|Dust and splash-proof
|Full-time manual mode
|Water/Oil repellent Coating
|Foremost lens element only
|Mount Conversion Service
|No. of diaphragm Blades
|9 (rounded diaphragm)
|MO (Manual Override)
|Min. Focusing distance
|Rubber sealing mount protector
|Max. magnification ratio
|Brass bayonet mount
|Dimensions (dia x length)
|Ø105.0mm x 260.1mm
|Zoom ring diameter
|1930g (1830g with protective cover)
|Sigma TC-14001, TC-2001
When assembling the lens, make sure to check the manual.
Strictly follow the mounting instructions and don’t force to avoid damage to any part and accessories of the lens.
Tripod Socket (Collar) and Strap Mounting
Tripod Socket and Collar
- Ensure this part is securely fastened
- Check that the locking knob is tight
- Do not set the tripod collar to remove position unless you are removing or attaching the tripod collar, as the lens may accidentally be detached from the collar and fall
- The tripod socket and collar can be detached if needed – you can replace tripod socket with the Protective cover to improve the hand feeling when using your mirrorless camera handheld
- Make sure to install the strap according to the instruction manual
- Instead of a camera strap, using the lens strap to carry your camera could avoid damage to the lens mount since the lens is heavy… to ensure proper protection always support the lens with your hand especially when you’re mobile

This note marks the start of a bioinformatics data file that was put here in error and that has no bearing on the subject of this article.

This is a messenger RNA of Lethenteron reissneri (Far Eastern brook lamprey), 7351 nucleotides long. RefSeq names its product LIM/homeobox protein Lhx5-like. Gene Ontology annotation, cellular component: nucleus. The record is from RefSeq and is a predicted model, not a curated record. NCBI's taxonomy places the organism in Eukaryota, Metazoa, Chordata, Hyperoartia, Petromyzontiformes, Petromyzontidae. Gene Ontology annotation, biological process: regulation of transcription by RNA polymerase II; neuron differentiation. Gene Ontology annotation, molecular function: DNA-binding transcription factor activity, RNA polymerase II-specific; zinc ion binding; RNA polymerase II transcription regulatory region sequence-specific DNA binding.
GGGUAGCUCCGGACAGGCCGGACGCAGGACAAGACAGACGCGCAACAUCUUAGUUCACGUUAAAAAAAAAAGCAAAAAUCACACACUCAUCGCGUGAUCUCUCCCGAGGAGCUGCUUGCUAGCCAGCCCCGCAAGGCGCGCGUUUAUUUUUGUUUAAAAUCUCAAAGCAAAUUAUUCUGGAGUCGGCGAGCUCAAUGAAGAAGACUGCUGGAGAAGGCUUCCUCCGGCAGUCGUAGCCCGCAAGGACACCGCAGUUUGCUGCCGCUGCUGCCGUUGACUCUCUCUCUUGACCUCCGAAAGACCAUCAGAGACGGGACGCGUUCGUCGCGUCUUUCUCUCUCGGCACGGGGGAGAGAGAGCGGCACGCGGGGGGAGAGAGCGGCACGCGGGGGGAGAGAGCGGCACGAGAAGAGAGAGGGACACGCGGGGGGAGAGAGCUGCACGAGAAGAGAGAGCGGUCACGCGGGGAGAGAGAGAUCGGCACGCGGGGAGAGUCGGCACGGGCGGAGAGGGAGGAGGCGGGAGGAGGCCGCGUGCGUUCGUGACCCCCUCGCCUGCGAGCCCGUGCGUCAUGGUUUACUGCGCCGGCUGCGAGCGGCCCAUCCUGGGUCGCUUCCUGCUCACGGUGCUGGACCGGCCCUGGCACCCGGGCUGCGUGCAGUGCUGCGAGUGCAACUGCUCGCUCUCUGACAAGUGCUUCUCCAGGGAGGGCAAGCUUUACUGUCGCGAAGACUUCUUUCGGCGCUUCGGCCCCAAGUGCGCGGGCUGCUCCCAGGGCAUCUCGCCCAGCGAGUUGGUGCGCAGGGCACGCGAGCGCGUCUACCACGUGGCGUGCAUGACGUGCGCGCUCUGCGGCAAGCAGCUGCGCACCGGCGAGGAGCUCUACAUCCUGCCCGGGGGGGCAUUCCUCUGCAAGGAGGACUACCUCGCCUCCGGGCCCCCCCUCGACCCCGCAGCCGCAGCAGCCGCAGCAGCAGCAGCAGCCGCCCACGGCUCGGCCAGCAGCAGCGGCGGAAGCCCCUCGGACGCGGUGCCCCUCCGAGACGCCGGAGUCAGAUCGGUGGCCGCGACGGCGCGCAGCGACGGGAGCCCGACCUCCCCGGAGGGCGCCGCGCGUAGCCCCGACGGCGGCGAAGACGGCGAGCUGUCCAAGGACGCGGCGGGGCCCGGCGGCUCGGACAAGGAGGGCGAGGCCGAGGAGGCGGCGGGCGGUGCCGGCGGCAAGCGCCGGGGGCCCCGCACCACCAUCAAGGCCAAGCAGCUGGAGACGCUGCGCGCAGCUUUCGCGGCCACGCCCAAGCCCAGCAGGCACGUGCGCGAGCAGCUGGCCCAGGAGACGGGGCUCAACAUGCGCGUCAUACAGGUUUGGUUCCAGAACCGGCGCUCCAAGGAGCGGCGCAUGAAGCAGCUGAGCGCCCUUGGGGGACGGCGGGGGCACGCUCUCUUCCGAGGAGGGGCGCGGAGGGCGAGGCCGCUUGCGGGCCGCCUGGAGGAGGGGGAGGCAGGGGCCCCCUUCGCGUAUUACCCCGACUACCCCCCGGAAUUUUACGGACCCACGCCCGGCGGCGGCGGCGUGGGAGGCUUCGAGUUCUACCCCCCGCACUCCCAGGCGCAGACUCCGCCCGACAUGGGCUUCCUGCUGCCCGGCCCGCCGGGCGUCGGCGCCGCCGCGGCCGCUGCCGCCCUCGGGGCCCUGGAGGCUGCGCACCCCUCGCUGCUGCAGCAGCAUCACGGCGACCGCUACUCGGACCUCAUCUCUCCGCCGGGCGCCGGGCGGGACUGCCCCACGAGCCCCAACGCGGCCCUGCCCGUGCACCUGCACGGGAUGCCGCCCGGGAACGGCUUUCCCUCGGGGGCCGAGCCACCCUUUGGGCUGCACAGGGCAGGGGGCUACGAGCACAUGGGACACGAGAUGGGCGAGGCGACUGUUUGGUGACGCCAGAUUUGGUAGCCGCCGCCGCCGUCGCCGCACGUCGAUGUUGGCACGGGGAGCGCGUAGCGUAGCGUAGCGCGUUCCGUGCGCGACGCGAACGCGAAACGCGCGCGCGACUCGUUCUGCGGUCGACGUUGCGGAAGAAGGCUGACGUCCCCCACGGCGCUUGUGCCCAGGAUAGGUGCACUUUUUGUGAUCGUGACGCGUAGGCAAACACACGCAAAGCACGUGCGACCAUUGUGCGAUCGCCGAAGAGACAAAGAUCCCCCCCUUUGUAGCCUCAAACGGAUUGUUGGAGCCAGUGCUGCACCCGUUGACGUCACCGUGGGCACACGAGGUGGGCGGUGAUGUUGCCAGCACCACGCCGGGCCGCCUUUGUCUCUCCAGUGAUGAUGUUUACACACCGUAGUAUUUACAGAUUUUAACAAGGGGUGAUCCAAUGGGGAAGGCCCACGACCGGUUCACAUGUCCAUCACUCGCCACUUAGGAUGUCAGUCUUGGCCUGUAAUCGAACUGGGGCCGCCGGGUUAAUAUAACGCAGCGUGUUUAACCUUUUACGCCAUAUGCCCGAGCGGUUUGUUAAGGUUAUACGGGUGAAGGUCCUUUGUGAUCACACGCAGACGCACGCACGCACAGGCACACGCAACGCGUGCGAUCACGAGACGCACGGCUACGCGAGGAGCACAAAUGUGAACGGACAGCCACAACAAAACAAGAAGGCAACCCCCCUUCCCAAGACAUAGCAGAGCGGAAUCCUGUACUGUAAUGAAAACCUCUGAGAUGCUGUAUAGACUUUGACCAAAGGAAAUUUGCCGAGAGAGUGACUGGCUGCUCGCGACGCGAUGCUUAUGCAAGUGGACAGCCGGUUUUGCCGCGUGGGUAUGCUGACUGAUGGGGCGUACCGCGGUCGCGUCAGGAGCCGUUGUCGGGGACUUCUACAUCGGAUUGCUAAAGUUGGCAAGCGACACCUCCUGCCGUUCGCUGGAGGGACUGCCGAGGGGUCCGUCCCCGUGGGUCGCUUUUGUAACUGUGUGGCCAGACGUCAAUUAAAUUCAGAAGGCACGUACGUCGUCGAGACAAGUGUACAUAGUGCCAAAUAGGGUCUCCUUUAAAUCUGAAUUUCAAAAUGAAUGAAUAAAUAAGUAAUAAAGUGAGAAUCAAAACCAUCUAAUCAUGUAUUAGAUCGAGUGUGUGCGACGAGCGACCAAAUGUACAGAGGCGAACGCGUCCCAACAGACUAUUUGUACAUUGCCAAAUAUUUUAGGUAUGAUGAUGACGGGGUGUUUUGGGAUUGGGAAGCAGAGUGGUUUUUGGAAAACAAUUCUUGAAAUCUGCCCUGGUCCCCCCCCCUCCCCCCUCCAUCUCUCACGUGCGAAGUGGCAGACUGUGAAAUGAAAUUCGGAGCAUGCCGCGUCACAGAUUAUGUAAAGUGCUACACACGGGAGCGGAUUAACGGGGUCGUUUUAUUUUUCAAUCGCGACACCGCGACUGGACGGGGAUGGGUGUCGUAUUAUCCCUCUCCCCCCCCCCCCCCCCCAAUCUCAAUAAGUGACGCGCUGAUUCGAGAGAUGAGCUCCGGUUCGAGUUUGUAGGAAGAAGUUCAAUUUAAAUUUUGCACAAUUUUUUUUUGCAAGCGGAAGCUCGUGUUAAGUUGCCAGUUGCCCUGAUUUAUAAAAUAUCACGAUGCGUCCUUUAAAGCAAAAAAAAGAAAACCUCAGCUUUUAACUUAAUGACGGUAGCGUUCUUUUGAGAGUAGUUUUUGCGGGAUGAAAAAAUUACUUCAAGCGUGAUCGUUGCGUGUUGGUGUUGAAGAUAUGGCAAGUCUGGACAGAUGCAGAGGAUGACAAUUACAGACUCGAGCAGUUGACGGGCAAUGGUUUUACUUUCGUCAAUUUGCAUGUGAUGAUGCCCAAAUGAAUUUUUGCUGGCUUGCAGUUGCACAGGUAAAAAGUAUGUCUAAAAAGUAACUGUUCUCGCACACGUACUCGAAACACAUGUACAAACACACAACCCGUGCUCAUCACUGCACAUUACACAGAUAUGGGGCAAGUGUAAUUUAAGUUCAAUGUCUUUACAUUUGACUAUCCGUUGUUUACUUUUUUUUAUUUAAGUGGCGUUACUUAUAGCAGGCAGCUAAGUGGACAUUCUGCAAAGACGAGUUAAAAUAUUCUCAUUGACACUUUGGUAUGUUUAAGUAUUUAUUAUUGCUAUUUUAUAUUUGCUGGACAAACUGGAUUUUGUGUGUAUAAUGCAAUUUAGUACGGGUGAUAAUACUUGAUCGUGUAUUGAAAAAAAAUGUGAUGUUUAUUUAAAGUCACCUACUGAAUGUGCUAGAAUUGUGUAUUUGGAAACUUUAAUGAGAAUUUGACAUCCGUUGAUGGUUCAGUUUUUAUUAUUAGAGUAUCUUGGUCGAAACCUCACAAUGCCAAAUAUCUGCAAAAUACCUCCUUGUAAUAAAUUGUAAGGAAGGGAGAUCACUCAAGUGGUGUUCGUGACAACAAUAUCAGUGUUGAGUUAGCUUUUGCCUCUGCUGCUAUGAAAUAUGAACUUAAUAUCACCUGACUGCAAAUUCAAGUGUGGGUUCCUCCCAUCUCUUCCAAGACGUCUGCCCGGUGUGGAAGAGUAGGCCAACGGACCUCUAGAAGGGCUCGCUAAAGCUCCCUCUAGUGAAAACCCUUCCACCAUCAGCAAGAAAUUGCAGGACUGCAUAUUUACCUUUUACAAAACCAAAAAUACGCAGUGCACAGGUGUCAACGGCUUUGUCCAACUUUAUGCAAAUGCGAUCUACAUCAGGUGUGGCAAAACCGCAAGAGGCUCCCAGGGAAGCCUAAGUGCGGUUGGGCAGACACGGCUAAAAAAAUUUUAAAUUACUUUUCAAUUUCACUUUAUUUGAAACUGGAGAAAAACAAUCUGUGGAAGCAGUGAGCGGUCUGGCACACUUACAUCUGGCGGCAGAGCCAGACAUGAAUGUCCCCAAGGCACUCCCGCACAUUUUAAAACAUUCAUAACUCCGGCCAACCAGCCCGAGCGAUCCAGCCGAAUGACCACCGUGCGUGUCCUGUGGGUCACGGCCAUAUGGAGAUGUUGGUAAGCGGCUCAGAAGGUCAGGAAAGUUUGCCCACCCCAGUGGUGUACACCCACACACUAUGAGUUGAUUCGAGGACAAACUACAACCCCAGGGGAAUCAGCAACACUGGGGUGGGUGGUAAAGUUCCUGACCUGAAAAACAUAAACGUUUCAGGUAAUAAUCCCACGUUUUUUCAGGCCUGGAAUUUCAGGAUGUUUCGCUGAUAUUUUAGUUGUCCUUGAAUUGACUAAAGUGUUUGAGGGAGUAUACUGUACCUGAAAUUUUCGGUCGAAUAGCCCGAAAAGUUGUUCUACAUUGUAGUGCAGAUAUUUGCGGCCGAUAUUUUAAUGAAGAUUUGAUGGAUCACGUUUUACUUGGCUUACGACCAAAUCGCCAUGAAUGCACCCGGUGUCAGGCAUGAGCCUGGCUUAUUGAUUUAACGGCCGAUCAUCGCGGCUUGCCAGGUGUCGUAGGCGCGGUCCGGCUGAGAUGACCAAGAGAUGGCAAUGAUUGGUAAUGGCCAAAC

During the actual installation of the tripod socket and collar, I did not observed any difficulty by following the direction that was given in the instruction manual… the same way when installing the lens strap.
Lens Hood Mounting
When mounting the hood, make sure the following are observed
- Align the markers on the hood and the lens
- Make sure the grooves are properly located and matched
- To lock, turn the hood clockwise or to the direction stated in the manual
- You should be able to rotate the hood smoothly until it’s locked
- Do not force the installation if it’s very tight, it could damage the lens and the hood
During the actual installation of the hood to the lens, I did not observed any abnormality and I could rotate the hood smoothly until it’s locked